Clustered mutations in hominid genome evolution are consistent with APOBEC3G enzymatic activity

Yishay Pinto, Orshay Gabay, Leonardo Arbiza, Aaron J. Sams, Alon Keinan, Erez Y. Levanon

Research output: Contribution to journalArticlepeer-review

11 Scopus citations


The gradual accumulation of mutations by any of a number of mutational processes is a major driving force of divergence and evolution. Here, we investigate a potentially novel mutational process that is based on the activity of members of the AID/ APOBEC family of deaminases. This gene family has been recently shown to introduce-in multiple types of cancer-enzyme- induced clusters of co-occurring somatic mutations caused by cytosine deamination. Going beyond somatic mutations, we hypothesized that APOBEC3-following its rapid expansion in primates-can introduce unique germline mutation clusters that can play a role in primate evolution. In this study, we tested this hypothesis by performing a comprehensive comparative genomic screen for APOBEC3-induced mutagenesis patterns across different hominids. We detected thousands of mutation clusters introduced along primate evolution which exhibit features that strongly fit the known patterns of APOBEC3G mutagenesis. These results suggest that APOBEC3G-induced mutations have contributed to the evolution of all genomes we studied. This is the first indication of site-directed, enzyme-induced genome evolution, which played a role in the evolution of both modern and archaic humans. This novel mutational mechanism exhibits several unique features, such as its higher tendency to mutate transcribed regions and regulatory elements and its ability to generate clusters of concurrent point mutations that all occur in a single generation. Our discovery demonstrates the exaptation of an anti-viral mechanism as a new source of genomic variation in hominids with a strong potential for functional consequences.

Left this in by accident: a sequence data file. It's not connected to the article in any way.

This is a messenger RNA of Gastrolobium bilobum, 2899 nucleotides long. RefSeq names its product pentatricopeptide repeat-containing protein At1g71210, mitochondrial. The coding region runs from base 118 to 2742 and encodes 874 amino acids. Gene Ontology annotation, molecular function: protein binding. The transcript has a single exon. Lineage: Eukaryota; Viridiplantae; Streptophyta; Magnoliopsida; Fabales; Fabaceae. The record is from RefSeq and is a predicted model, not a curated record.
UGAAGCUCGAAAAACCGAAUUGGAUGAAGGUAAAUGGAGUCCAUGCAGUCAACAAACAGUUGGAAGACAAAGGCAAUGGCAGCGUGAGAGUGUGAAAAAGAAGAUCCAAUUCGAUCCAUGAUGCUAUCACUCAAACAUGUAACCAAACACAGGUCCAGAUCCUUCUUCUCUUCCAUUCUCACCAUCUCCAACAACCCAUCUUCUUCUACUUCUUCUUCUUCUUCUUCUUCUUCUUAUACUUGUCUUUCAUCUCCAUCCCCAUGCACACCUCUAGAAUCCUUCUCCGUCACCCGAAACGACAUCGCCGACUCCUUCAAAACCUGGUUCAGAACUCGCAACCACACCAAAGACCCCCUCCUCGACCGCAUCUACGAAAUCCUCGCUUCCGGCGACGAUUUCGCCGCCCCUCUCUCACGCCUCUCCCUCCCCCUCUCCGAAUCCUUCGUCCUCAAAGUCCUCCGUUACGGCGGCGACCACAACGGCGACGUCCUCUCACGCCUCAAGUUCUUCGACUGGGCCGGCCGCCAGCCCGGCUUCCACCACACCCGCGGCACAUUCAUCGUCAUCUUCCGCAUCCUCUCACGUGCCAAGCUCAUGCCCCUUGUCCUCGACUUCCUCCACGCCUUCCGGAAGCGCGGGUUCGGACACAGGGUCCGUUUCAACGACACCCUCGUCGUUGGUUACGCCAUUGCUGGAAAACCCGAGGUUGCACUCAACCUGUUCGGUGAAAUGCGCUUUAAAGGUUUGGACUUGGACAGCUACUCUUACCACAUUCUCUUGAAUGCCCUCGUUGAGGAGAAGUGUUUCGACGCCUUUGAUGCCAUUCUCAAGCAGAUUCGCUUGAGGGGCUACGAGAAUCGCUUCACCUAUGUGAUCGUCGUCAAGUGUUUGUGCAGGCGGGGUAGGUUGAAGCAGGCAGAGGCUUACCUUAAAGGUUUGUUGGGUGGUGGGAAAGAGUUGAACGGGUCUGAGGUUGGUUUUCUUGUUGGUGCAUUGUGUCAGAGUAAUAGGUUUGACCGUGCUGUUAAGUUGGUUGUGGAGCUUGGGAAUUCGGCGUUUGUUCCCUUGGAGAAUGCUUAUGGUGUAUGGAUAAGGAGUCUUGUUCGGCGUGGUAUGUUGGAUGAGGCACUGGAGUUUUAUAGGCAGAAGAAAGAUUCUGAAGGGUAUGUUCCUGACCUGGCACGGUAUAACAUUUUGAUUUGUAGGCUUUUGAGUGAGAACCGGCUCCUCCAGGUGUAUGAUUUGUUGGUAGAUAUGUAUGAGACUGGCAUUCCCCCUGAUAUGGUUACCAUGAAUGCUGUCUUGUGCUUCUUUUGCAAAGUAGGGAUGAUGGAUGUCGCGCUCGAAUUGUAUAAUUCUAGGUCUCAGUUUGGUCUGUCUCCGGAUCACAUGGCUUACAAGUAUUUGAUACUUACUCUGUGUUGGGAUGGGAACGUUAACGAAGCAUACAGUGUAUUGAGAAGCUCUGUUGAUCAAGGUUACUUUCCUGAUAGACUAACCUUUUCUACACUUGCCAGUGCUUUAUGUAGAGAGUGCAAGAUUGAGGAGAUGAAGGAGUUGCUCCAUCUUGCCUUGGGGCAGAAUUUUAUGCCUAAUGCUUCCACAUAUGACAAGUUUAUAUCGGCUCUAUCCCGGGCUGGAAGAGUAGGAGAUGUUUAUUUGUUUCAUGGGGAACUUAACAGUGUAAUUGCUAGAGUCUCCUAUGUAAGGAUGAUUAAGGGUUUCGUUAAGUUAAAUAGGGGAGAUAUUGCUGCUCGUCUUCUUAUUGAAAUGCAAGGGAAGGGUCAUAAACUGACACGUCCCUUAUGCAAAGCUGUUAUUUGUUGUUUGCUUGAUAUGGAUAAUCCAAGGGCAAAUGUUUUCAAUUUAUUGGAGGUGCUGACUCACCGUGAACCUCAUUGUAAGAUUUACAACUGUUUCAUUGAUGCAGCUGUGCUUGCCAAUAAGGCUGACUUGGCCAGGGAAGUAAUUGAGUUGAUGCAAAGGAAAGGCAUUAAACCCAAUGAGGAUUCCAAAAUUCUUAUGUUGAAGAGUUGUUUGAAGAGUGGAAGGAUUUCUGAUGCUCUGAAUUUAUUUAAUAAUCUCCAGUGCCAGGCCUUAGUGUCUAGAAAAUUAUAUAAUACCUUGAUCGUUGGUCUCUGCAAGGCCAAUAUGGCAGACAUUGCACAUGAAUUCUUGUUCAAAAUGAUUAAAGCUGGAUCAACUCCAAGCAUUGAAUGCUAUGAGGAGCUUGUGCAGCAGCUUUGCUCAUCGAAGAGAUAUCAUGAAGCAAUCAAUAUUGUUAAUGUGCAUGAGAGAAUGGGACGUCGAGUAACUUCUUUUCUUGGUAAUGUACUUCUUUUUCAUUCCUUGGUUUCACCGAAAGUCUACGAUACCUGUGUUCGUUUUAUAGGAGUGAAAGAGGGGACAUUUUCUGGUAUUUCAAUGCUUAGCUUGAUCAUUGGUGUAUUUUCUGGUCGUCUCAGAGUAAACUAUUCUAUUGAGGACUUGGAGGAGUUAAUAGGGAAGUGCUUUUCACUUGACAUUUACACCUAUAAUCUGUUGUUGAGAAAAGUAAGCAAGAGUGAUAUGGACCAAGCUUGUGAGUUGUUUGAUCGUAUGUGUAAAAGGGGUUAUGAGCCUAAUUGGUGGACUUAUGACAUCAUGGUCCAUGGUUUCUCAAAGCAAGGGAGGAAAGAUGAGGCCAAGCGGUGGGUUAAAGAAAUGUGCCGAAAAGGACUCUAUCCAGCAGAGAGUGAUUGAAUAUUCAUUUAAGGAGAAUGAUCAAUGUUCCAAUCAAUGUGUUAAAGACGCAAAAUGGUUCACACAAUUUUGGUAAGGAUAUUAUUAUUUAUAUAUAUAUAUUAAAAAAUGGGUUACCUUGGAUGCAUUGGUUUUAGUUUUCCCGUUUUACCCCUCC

Original languageEnglish
Pages (from-to)579-587
Number of pages9
JournalGenome Research
Issue number5
StatePublished - May 2016

Bibliographical note

Funding Information:
We thank Binyamin Knisbacher, Avital Sarusi, and Amos Schaffer for a critical reading of an early version of the manuscript and helpful comments. We thank Eli Eisenberg for helpful discussions. We also thank Keren Levanon and Sarit Aviel-Ronen for their help in the interpretation of public immunohistochemistry data. This work was supported by the European Research Council (grant no. 311257), and the I-CORE Program of the Planning, and Budgeting Committee in Israel (grants no. 41/11 and 1796/12; to E.Y.L.) and US National Institutes of Health (NIH) grants R01HG006 and R01GM108805 (to A.K.).

Publisher Copyright:
© 2016 Pinto et al.


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